Hopefully, some empirical evidence regarding multitasking will cut through the myths about learning at school. Until then, make sure your son is paying attention to what he does, so he or she can retrieve what was learned later.

Remember I said walking and singing? That kind of tasks can be done at once , where brain does not have to move back every time to complete the Executive Network proposed by Medina.

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“Don’t blame teachers’ unions for our failing schools”

This is an interesting note I thought you might want to read. From the Flypaper:

    This most recent NPR Intelligence Squared podcast features two panels debating the motion “Don’t blame teachers’ unions for our failing schools” in an Oxford-style set-up. The audience starts out 24 percent in favor (as in, thinks unions should NOT be blamed), 43 percent against, and 33 undecided.

    Don’t miss this feisty debate that explores school “hell holes,” undesirable marriages and the obligatory assertion (sorry Rick Hess) “it’s for the kids.” Panelists include AFT president Randi Weingarten in favor, with former U.S. Education secretary Rod Paige opposed.

    Click here to go to the podcast and to see the how the audience voted in the end.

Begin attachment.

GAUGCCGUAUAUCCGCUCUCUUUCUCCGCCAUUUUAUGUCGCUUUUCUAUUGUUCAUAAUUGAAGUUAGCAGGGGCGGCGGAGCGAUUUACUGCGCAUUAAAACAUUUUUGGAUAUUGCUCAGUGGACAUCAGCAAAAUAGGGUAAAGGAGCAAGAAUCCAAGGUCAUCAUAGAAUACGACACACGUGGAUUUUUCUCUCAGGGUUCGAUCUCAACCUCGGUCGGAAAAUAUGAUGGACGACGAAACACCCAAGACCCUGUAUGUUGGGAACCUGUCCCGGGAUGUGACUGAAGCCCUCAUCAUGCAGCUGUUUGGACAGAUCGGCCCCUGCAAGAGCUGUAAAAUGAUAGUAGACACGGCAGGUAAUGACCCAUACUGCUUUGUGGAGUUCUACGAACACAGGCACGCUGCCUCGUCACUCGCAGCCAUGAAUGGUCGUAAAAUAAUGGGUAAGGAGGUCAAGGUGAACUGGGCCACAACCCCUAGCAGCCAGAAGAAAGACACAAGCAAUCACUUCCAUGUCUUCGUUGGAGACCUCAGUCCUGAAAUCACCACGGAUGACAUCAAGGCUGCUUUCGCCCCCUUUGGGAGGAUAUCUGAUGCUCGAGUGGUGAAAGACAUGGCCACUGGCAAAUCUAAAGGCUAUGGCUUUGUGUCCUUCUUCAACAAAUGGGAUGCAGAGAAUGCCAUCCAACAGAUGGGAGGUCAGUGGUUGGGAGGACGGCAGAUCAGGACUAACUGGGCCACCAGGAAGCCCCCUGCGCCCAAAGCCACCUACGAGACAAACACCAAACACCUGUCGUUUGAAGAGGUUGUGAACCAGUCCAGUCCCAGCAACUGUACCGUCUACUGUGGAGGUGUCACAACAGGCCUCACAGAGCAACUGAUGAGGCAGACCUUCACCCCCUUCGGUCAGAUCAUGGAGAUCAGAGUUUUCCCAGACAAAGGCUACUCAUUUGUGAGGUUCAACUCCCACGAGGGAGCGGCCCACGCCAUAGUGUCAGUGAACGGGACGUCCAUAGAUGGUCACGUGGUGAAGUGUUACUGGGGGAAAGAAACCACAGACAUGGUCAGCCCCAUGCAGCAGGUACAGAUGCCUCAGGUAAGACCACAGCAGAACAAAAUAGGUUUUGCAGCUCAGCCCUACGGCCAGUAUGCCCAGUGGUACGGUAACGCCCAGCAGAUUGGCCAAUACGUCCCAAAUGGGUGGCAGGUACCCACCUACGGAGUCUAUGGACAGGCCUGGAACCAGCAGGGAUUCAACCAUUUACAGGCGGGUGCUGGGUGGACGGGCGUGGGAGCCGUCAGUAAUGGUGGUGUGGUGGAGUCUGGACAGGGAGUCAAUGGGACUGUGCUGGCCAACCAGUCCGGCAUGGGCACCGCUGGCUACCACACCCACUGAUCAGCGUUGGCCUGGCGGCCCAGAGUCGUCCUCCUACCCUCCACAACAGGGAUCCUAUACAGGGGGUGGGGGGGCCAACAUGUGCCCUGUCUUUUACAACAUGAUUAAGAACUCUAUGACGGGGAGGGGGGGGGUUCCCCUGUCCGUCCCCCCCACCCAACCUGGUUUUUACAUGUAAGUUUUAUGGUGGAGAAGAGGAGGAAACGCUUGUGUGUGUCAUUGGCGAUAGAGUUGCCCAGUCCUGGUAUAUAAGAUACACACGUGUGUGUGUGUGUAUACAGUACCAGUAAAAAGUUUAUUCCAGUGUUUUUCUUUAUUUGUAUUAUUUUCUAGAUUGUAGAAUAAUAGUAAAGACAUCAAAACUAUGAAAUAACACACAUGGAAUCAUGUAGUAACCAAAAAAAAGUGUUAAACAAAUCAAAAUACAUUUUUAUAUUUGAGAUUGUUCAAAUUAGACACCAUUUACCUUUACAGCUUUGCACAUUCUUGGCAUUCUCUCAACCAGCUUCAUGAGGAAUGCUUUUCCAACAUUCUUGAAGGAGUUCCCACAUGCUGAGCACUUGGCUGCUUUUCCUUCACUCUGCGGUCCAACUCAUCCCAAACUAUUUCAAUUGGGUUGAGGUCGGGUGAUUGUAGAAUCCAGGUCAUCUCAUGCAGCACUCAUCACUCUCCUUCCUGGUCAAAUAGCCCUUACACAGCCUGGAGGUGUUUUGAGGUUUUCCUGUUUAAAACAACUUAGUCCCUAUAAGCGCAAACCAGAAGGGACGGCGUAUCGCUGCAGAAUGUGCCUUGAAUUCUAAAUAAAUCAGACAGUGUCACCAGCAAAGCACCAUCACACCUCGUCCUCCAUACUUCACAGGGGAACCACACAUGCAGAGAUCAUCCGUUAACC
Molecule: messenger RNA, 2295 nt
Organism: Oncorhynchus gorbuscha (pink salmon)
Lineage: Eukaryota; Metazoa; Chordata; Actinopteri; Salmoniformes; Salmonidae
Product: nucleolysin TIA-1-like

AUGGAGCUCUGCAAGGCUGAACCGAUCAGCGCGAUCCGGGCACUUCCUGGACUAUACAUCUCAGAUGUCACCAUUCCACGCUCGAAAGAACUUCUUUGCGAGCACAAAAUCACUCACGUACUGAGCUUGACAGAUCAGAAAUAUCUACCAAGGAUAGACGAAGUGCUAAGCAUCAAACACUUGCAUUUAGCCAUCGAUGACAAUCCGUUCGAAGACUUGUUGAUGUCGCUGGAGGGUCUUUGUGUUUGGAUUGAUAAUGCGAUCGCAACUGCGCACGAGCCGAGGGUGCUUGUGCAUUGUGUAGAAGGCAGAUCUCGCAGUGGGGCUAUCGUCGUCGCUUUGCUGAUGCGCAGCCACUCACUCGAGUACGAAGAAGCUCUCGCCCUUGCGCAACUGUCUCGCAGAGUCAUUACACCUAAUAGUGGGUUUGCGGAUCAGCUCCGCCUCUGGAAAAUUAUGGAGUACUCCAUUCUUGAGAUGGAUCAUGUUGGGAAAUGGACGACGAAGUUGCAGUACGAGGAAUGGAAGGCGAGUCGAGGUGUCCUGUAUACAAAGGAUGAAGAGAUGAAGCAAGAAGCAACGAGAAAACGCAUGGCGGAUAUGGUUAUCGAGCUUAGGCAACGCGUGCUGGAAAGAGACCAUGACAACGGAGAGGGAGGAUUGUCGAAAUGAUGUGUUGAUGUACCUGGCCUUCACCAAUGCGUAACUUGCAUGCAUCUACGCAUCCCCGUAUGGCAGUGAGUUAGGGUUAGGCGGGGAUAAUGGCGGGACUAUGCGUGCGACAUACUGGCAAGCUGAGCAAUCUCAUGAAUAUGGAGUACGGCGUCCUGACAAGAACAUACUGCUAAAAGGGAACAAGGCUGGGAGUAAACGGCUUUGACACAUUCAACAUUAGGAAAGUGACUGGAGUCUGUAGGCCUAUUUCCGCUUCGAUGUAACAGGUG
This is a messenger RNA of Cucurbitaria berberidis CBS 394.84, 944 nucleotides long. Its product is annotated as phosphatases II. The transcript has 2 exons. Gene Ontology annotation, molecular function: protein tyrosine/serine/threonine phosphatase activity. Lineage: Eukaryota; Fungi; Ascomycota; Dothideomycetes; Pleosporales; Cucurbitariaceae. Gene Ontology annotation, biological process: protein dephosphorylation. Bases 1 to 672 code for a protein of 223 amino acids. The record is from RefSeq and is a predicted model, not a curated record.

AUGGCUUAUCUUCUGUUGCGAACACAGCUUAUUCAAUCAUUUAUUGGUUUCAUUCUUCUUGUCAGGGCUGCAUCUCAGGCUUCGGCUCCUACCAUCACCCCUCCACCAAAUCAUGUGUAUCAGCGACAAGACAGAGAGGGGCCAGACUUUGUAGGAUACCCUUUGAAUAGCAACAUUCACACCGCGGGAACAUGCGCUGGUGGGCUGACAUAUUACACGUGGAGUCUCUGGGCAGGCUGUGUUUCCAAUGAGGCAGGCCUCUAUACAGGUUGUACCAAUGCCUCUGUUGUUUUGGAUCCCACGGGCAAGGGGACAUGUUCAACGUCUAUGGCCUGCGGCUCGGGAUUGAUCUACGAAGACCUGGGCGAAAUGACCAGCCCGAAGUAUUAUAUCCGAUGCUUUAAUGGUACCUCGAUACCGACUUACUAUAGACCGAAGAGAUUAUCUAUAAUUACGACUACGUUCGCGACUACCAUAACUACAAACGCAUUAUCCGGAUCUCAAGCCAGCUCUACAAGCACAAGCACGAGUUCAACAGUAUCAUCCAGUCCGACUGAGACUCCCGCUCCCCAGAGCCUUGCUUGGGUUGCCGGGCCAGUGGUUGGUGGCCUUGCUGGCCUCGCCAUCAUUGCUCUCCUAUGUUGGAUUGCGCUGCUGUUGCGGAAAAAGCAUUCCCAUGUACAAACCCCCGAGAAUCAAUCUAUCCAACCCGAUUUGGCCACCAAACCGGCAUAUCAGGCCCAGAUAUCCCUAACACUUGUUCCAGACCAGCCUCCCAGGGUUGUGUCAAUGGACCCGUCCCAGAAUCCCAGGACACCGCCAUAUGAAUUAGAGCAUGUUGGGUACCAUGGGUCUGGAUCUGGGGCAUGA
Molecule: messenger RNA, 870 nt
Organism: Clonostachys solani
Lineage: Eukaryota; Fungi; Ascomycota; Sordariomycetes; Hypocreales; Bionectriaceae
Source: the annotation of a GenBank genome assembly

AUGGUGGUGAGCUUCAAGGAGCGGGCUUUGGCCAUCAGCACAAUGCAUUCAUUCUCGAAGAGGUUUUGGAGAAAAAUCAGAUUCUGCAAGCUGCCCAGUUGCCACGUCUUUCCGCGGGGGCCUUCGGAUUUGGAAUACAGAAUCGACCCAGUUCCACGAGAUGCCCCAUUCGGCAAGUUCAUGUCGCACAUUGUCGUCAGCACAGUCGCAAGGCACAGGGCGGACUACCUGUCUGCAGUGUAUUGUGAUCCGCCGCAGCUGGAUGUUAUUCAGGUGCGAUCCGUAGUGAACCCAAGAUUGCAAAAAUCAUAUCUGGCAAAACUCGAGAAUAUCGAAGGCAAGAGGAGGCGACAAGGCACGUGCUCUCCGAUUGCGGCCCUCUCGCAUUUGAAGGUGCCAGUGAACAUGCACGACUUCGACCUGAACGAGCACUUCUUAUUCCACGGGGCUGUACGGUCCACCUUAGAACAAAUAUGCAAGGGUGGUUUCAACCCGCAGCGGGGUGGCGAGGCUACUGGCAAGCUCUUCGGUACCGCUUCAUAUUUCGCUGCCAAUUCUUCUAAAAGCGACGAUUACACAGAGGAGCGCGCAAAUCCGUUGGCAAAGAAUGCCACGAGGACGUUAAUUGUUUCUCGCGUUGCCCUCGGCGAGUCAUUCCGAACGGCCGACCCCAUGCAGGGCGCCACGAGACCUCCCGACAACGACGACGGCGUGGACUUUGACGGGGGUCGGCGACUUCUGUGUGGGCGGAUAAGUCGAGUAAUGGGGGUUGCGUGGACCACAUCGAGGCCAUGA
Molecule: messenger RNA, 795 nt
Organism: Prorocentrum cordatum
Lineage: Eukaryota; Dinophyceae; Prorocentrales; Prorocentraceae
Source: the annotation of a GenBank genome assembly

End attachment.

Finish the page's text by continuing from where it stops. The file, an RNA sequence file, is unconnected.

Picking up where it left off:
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'Chaos Theory' Applied to the Classroom

Being a math teacher this hypothesis really calls my attention. Viplav Baxi in one of his Meanderings sets this question: "The point that needs to be explored is whether learning is linear, deterministic and predictable or is it inherently non-linear, dynamic and unpredictable."

Baxi proposes his hypothesis based on JoAnn Trygestad's work, Chaos in the Classroom, where the expert discusses the possible impact of Chaos Theory on classroom learning and explores the relationship between chaotic systems and learning.

The abstract of Trygestad developments are posted on ERIC. Chaos in the Classroom: An Application of Chaos Theory:

A brief narrative description of the journal article, document, or resource. A review of studies on chaos theory suggests that some elements of the theory (systems, fractals, initial effects, and bifurcations) may be applied to classroom learning. Chaos theory considers learning holistic, constructive, and dynamic. Some researchers suggest that applying chaos theory to the classroom enhances learning by reinforcing systemic approaches to human interactions, encouraging cultural diversity as beneficial, and reaffirming theoretical notions of intelligence as dynamically multidimensional without linear progression. Other researchers believe that chaos theory cannot be applied to human learning systems; instead many of these researchers suggest social constructivism as a more appropriate model. The paper demonstrates applications of chaos theory using systems, fractals, initial effects, and bifurcations. A final section discusses models of learning, highlighting Piagetian theory and theoretical models. The paper concludes that more important than a model is the development of a perspective encompassing both the theory and its applications, and that researchers should explore the application of chaos theory to classroom learning before trying to construct a satisfactory mode

For those who has a basic understanding of the chaos philosophy, "chaotic systems may appear random and dynamically changing, but still exhibit an underlying pattern or order," concludes Baxi.